Vestibulodynia (formerly called The Vulvar Vestibulitis Syndrome) refers to pain which is limited specifically to the vulvar vestibule, thereby causing introital dyspareunia. Vestibulodynia is characterized by: severe pain upon vestibular touch or attempted vaginal entry, tenderness to pressure localized within the vulvar vestibule, and physical findings limited to vestibular erythema. Primary vestibulodynia (PVD) is defined as introital dyspareunia dating from coitarche, whereas secondary vestibulodynia describes women who have introital dyspareunia that developed after a period of comfortable sexual relations, tampon use, or speculum examinations. The difference in clinical history suggests that primary and secondary vestibulodynia may have separate etiologies. As the diagnosis of vestibulodynia is derived from signs and symptoms, not from a defined pathophysiology, it is likely that there are multiple etiologies for this disorder.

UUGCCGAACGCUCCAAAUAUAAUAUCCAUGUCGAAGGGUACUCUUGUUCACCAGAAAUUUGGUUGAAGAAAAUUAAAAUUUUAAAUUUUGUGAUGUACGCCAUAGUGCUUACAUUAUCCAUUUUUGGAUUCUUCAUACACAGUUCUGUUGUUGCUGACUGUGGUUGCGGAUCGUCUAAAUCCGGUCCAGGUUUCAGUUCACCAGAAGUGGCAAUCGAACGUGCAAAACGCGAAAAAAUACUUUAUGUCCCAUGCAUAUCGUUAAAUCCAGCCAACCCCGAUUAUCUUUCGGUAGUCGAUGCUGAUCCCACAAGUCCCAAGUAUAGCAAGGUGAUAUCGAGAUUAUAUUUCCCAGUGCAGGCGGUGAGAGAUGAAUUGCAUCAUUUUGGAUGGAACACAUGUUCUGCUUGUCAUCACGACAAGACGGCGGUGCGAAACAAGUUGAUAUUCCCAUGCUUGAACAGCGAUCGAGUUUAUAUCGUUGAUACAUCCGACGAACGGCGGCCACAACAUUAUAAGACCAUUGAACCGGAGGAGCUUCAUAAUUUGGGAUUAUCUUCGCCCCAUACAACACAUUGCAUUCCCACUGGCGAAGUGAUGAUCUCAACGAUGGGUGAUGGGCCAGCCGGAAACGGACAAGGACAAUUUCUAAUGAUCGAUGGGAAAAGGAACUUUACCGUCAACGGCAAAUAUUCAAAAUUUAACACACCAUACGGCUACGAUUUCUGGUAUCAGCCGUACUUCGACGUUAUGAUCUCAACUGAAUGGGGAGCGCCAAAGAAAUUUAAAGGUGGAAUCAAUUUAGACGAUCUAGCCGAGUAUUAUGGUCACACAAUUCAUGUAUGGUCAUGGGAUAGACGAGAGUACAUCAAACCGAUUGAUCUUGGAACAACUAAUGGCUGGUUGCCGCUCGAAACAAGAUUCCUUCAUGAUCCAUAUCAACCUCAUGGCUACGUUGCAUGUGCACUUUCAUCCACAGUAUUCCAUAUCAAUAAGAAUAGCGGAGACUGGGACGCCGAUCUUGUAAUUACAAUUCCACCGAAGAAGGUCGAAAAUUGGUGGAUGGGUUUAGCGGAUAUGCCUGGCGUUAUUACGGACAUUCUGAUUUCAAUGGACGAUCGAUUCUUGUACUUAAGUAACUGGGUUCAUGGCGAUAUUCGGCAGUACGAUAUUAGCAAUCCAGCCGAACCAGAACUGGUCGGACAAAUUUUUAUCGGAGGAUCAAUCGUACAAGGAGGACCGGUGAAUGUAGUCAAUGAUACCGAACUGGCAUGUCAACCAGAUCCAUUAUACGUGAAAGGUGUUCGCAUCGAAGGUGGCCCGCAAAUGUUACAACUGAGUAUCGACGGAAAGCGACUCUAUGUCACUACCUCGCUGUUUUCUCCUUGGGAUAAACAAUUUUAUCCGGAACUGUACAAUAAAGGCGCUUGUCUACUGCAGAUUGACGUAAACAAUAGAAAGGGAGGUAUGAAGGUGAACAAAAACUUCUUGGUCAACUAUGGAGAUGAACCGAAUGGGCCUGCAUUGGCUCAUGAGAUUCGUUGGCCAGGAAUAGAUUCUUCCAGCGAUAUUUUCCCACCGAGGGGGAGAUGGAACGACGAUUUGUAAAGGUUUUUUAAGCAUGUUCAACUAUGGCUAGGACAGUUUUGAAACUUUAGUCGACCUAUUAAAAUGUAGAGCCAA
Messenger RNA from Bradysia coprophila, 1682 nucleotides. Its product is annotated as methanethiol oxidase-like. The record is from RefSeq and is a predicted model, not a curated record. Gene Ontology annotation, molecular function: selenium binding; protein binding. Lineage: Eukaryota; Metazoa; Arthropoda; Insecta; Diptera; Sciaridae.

Studies suggest that some cases of vestibulodynia are caused by a proliferation of C-afferent nociceptors in the vestibular mucosa.  It has been shown that there can be a ten-fold increase in the density of these nerve endings in the vestibular mucosa of women with PVD. Possible causes of this proliferation have also been examined, and support has been found for some specific triggers. For example, mast cells can induce this neuronal hyperplasia via nerve growth factor and heparanase, possibly in response to an allergen such as topical antifungal creams or seminal fluid. In addition, certain genetic polymorphisms may predispose some affected women to an exaggerated inflammatory response leading to neuronal proliferation. Additionally, as some women with primary vestibulodynia also have hyperpathia in the umbilicus (which is also embryologically derived from the primitive urogenital sinus), a congenital neuronal hyperplasia may be involved. Additional data implicates hormonal alterations as a potential cause of vestibulodynia. Specifically, it has been shown that the relative risk of developing vestibulodynia is 6.6 in women who have used oral contraceptive pills. The exact mechanism by which hormonal alterations might cause vestibulodynia is not known, but it has been suggested that decreased free testosterone caused by elevated sex-hormone binding globulin in oral contraceptive users may be partially responsible.